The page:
Built for the biennale, the building crossed the Adriatic Sea before returning to Venice and being definitively dismantled. The work marks the starting point of the architect’s international fortune.
Bonnefantemuseum, Maastricht, 1980
Like the theatre, the museum is also a recurring theme in Rossi’s work, where culture is characterised by a strong attention to the relationship between architecture and history.
The Bonnefantemuseum in Maastricht gave Rossi the opportunity to define an architectural theme that often appears in his drawings, that of the tower. At the same time, he also used silos and a dome for the museum that became an important symbol of the city.
House in Friedrichstadt, Berlin, 1981
The building is the first of Rossi’s buildings in Berlin, where he would build numerous other projects, which represents for him one of the most important urban references.
The apartment block is characterised by the use of red brick and the white corner column that is the real “signature” of the Milanese architect.
Piazza Nuova, Perugia, 1982
An urban piazza built, but not completed, in one of the most famous Italian historical centres, this project demonstrates the urban themes developed by Rossi.
Here he aims to constitute a new contemporary city, relating the historical tradition of the city of Perugia with the needs of contemporary life.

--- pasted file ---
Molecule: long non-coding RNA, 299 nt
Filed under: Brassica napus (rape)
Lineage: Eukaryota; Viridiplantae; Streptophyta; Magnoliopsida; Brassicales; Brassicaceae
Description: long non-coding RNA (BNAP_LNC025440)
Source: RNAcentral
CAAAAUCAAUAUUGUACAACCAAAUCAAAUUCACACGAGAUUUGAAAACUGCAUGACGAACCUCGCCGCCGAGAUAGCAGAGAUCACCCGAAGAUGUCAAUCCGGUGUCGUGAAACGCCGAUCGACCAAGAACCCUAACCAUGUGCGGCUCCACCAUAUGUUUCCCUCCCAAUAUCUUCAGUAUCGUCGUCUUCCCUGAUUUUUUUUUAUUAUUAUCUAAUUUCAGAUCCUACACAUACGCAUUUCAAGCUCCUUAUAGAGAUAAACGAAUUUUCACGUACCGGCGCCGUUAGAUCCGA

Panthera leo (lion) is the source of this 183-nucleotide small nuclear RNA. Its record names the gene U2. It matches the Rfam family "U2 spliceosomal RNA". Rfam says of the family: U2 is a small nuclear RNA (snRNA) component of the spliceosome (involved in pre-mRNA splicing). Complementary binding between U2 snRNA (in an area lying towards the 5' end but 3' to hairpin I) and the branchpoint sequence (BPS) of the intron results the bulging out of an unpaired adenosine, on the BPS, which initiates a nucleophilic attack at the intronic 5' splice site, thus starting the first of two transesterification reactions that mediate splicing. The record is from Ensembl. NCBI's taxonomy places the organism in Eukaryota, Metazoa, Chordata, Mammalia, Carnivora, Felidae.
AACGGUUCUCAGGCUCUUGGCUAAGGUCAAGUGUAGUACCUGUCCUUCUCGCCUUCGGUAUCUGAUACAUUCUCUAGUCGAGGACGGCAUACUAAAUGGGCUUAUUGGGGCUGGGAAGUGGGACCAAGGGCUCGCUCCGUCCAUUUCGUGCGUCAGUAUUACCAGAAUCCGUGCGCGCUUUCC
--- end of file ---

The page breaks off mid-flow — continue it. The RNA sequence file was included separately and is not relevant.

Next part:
Reconstruction of Teatro Carlo Felice, Genoa, 1983
The Genoa theatre is an expression of Rossi’s interest in the theme of theatre that runs through all of his work.
Rossi rebuilt the theatre, which was destroyed in world war two, to enhance its urban role. Its scenic tower has become an important landmark in the profile of the city and its interior extends the spaces of the city of Genoa into the atrium and the foyer.
The Il Palazzo hotel, Fukuoka, 1987
The first Japanese project by Rossi, followed later by many others, the hotel stands along the river and is characterised by a blind facade built in red Indian stone.
Apparently isolated, it created a small fragment of urban fabric at its feet. The building is the starting point for Rossi’s personal discovery of Japan, which would be echoed in his writings and other projects.
Vassivière Museum, Beaumont-du-Lac, 1988
In this small contemporary art gallery built on an island in the Limousine region, the architect uses some of his recurring themes including the lighthouse.
The very simple building interprets its extraordinary location in an amazing way.
Scholastic building, New York, 1997
Among Rossi’s latest projects, the Scholastic building along Broadway, is a mature demonstration of the very close relationship between Rossi and the city of New York.
It is a singular and typical construction, that builds on the theme of the curtained building and the use of typical materials of the city such as metal and glass. It represents the final act of a very strong sentimental and professional relationship with the American world.
Aldo Rossi: The Architect and the Cities is on view at the National Museum of 21st Century Arts (MAXXI) in Rome from 10 March 2020 to 17 October 2021. See Dezeen Events Guide for an up-to-date list of architecture and design events taking place around the world.